OCTOBER 25, 2016
Mike Frick, Treatment Action Group, 1.347.691.6372
LIVERPOOL, UNITED KINGDOM, OCTOBER 25, 2016—Tuberculosis (TB) killed 1.8 million people in 2015, making it the most deadly infectious disease worldwide, but funding for research into better TB prevention, diagnosis, and treatment dropped by US$53.4 million, according to a report issued today by Treatment Action Group (TAG). In 2015, the world spent US$620.6 million on TB research and development (R&D), the lowest level of funding since 2008. This marks the second straight year that funding for TB R&D has fallen, raising doubts over whether world leaders will fulfill recent promises to combat antimicrobial resistance (AMR) and eliminate TB by 2035.
“The world spent less on TB R&D last year than it did at the height of the great recession,” said Mark Harrington, executive director of TAG. “Chronic underfunding of research in TB, the leading global cause of antimicrobial resistance deaths, shows that governments must dramatically increase funding for United Nations pledges on antimicrobial resistance to become more than nice words on paper.” The UK government’s Review on Antimicrobial Resistance predicts that drug-resistant TB (DR-TB)—a form of TB that is more difficult to diagnose and treat and that caused 500,000 people to fall ill in 2015—will account for a quarter of the 10 million annual AMR deaths by 2050 unless research into new diagnostics, drugs, and prevention methods is accelerated.
TAG has conducted a global survey of funding for TB R&D each year since 2005, and it has measured actual spending against the targeted funding called for by the Stop TB Partnership’s Global Plan to Stop TB, 2011–2015. The Partnership estimated that US$9.84 billion for TB R&D was needed between 2011 and 2015 to end TB as a public health threat. TAG’s research shows that actual funding for TB research amounted to US$3.29 billion during that time frame, just one-third of the target. The two largest funders—the U.S. National Institutes of Health and the Bill & Melinda Gates Foundation—together gave 57 percent of all money spent on TB research from 2011 to 2015. Over the same period, pharmaceutical industry investments in TB R&D dropped by 40 percent, further intensifying the reliance on public and philanthropic donors.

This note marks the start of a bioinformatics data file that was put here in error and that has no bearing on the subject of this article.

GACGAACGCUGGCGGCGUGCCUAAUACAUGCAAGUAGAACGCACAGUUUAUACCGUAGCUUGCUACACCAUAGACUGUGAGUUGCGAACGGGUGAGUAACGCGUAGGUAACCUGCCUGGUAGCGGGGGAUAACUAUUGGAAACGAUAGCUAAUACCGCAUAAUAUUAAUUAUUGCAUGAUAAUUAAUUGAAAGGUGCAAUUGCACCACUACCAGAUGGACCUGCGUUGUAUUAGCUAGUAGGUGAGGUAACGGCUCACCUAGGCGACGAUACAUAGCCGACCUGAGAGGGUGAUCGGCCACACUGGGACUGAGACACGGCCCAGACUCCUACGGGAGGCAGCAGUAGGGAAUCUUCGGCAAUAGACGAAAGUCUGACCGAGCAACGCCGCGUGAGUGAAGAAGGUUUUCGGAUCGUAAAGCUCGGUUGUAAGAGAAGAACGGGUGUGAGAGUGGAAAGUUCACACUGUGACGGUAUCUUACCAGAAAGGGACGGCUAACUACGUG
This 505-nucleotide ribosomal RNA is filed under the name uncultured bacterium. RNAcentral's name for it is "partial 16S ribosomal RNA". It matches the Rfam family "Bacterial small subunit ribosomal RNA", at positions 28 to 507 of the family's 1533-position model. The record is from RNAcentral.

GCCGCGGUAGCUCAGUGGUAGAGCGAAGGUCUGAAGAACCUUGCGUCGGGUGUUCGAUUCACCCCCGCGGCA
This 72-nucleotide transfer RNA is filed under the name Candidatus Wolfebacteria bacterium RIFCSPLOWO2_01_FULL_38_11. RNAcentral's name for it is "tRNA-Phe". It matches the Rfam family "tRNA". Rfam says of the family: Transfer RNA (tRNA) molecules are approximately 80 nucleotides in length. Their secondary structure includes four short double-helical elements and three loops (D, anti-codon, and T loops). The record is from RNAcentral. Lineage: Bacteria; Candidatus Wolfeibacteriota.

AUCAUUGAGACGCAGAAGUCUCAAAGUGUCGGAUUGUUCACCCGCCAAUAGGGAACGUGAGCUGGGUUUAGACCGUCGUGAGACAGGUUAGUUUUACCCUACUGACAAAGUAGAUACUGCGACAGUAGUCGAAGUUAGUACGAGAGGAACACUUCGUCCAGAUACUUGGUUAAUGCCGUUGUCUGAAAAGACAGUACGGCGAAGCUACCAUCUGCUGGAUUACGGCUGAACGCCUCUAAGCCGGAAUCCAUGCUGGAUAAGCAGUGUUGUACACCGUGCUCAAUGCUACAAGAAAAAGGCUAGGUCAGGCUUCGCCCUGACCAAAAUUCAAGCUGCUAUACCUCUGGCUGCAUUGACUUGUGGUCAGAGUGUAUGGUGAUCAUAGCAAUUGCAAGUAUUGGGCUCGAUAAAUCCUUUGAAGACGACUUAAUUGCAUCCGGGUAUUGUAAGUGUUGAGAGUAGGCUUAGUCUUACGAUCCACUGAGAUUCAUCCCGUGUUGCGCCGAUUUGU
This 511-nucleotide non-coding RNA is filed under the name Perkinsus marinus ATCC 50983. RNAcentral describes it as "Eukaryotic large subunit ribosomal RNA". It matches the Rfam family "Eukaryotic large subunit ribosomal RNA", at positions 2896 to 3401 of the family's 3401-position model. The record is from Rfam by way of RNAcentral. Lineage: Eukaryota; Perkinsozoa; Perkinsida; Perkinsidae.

“Despite a critical shortage of resources, scientists have managed to make significant advances against TB over the last five years,” said Erica Lessem, TB/HIV project director at TAG. “This demonstrates that TB research provides a good return on investment, but investment remains too low to unlock the transformational innovations in prevention, diagnosis, and treatment needed by people with TB and those that care for them.” Notable scientific advances over the past five years include:
- the conditional approval of two new drugs from novel classes (Janssen’s bedaquiline and Otsuka’s delamanid) to treat DR-TB, the first in over four decades;
- the development of a shorter regimen for treating latent TB infection that is safe and efficacious in children and people with HIV;
- the development of several new diagnostic tests, including the rollout of a rapid and robust alternative to smear microscopy (GeneXpert), a simple test that can identify TB in people with HIV with very low CD4+ T-cell counts (Determine LAM TB), and several options for diagnosing first- and second-line drug resistance faster than conventional culture (line probe assays); and
- significant advances in fundamental understandings of TB biology.
The next phase of TB R&D may require even more costly and complex endeavors to build on these achievements. “There is no time to lose,” said Lucica Ditiu, executive director of the Stop TB Partnership. “Political leaders must recognize that TB is an urgent threat to global health whose solution will depend on science. Governments must step up to reverse the troubling decline in TB research funding, or we risk losing the battle with TB.”
About TAG: Treatment Action Group is an independent AIDS research and policy think tank fighting for better treatment, a vaccine, and a cure for AIDS and its two major coinfections, tuberculosis and hepatitis C virus. We are science-based treatment activists working to expand and accelerate vital research and effective community engagement with research and policy institutions.